Perry's Perennial Pages

Three Factors Affecting Perennial Plant Hardiness


 
Andrea Luchini, Graduate Research Assistant, and
Dr. Leonard Perry, Professor

Three studies were conducted during the winters of 2002-2003 and 2003-2004 for the thesis research of Andrea Luchini, looking at factors affecting cold hardiness of container-grown herbaceous perennials. The aim of the studies was to study the effect of various factors in order to provide more information to growers who overwinter perennial plants in containers. Plants in containers are generally less hardy than identical plants in the ground for a number of reasons. The factors, or treatments, we chose to look at during this study were the effect of date in the fall that plants were brought into a controlled, non-freezing, greenhouse setting (acclimation date study); age of plants (age study); and the effect of temperature cycles (above and below freezing) in both winter and spring (cycling study).

After these treatments, plants were frozen to about 28.5° (-2°C, control), 23° (-5°C), 17.5° (-8°C), 12° (-11°C), and 7°F (-14°C) in chest freezers, with computerized temperature controllers, at the UVM greenhouse. Temperatures in the freezer were also monitored with special temperature recording devices. The plants were allowed to re-grow throughout the spring at which time visual ratings as well as dry weight data was taken. All plants were potted in standard 4" pots with a soilless potting medium. This research expands upon and continues research done for several years by Leonard Perry and his graduate research assistants, and will continue in 2005.

For the two geranium cultivars, dianthus, and coreopsis in the acclimation study, there was no common date best for all to be brought into a cool, but controlled greenhouse from the cold. This confirms other previous studies that showed it is not crucial when perennials in pots outside are covered (protected from cold) in the fall.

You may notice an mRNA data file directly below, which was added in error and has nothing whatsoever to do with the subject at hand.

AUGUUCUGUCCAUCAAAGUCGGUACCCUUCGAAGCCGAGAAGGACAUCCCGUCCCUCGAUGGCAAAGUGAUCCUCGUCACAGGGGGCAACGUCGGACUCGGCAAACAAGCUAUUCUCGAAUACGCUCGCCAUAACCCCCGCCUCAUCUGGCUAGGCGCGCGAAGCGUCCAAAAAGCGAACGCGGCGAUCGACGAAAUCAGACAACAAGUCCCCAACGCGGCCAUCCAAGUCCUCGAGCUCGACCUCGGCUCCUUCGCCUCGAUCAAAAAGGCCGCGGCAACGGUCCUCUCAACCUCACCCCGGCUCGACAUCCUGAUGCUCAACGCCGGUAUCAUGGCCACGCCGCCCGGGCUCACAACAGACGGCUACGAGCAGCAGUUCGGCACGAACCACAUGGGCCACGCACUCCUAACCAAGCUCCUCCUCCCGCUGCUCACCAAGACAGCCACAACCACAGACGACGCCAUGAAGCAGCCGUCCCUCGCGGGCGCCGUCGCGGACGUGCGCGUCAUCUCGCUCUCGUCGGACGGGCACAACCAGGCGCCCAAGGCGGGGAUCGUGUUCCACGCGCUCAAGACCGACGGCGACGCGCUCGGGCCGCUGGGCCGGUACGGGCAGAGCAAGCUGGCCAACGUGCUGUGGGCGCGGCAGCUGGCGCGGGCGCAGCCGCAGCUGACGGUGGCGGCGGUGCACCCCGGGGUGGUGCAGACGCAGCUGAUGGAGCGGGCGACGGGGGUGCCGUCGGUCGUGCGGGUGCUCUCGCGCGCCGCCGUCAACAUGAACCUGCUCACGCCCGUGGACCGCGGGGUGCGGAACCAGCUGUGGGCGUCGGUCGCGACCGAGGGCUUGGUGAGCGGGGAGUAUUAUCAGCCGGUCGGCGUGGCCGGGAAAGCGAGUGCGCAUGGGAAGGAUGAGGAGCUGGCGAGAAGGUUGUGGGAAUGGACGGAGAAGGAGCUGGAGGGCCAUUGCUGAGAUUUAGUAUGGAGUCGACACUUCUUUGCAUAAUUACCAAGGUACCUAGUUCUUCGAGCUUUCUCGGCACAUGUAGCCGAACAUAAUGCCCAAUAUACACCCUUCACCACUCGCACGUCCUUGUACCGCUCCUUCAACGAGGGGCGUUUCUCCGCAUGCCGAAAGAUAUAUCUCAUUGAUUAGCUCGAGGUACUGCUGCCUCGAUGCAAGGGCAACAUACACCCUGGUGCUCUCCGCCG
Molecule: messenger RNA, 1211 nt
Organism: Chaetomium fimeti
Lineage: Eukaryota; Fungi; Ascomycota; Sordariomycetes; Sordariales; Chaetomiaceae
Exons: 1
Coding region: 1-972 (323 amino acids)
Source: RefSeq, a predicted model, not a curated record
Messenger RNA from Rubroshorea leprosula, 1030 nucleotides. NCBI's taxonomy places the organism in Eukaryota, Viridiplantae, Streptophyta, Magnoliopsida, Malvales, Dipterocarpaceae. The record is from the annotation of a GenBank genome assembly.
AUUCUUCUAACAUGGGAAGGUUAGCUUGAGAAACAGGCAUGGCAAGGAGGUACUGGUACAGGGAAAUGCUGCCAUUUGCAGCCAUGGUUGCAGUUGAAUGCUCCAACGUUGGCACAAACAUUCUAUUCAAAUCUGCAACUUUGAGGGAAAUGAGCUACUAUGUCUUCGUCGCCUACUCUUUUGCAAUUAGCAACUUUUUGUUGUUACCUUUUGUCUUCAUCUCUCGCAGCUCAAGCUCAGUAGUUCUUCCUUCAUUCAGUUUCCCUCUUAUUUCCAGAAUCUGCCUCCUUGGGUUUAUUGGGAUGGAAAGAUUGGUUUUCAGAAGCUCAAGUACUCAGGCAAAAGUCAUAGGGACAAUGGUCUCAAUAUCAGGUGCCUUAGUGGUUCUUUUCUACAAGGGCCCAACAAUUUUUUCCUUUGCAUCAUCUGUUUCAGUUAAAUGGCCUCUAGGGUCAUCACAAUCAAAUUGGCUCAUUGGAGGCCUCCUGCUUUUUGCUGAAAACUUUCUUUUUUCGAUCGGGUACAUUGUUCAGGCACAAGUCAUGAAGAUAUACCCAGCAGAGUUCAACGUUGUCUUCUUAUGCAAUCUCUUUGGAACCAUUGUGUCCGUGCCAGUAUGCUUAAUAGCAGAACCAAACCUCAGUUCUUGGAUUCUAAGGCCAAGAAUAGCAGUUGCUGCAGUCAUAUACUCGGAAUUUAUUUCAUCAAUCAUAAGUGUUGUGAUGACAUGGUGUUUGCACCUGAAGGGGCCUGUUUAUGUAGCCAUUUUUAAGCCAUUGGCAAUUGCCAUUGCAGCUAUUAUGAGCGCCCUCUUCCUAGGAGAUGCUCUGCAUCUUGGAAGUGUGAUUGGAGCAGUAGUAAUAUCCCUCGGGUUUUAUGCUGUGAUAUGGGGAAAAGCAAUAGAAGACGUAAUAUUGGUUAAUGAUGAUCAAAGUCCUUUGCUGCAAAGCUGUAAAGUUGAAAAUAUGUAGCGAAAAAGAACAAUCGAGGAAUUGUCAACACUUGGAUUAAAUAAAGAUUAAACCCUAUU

For the plant age study, with dianthus and two geranium cultivars, the most pot-bound plants had less survival than those growing more vigorously. With only one year of data for each, though, plans are to repeat this study.

For the cycling study, with temperatures below then above freezing either one or two times, there were no effects on survival for two geranium cultivars, a Siberian iris, and a coreopsis. With another geranium, such cycles increased hardiness one year, but not the next. This factor is currently being investigated further by graduate student Sarah Kingsley Richards, and whether such cycles in fall, winter, or spring might results in differences. Previous studies by another grad student showed much larger cycles (about 15 degrees F above and below freezing, compared to the 6 degrees above and below here), often were detrimental.

For more on these studies, and to keep up with future ones and other projects, check out the details linked on Perry’s Perennial Pages under Freezing Studies on the Sustainable Research Page.
(www.uvm.edu/~pass/perry/susres.htm)


This study made possible by support from the New England Greenhouse Conference, New England Grows, and the Vermont Agricultural Experiment Station.

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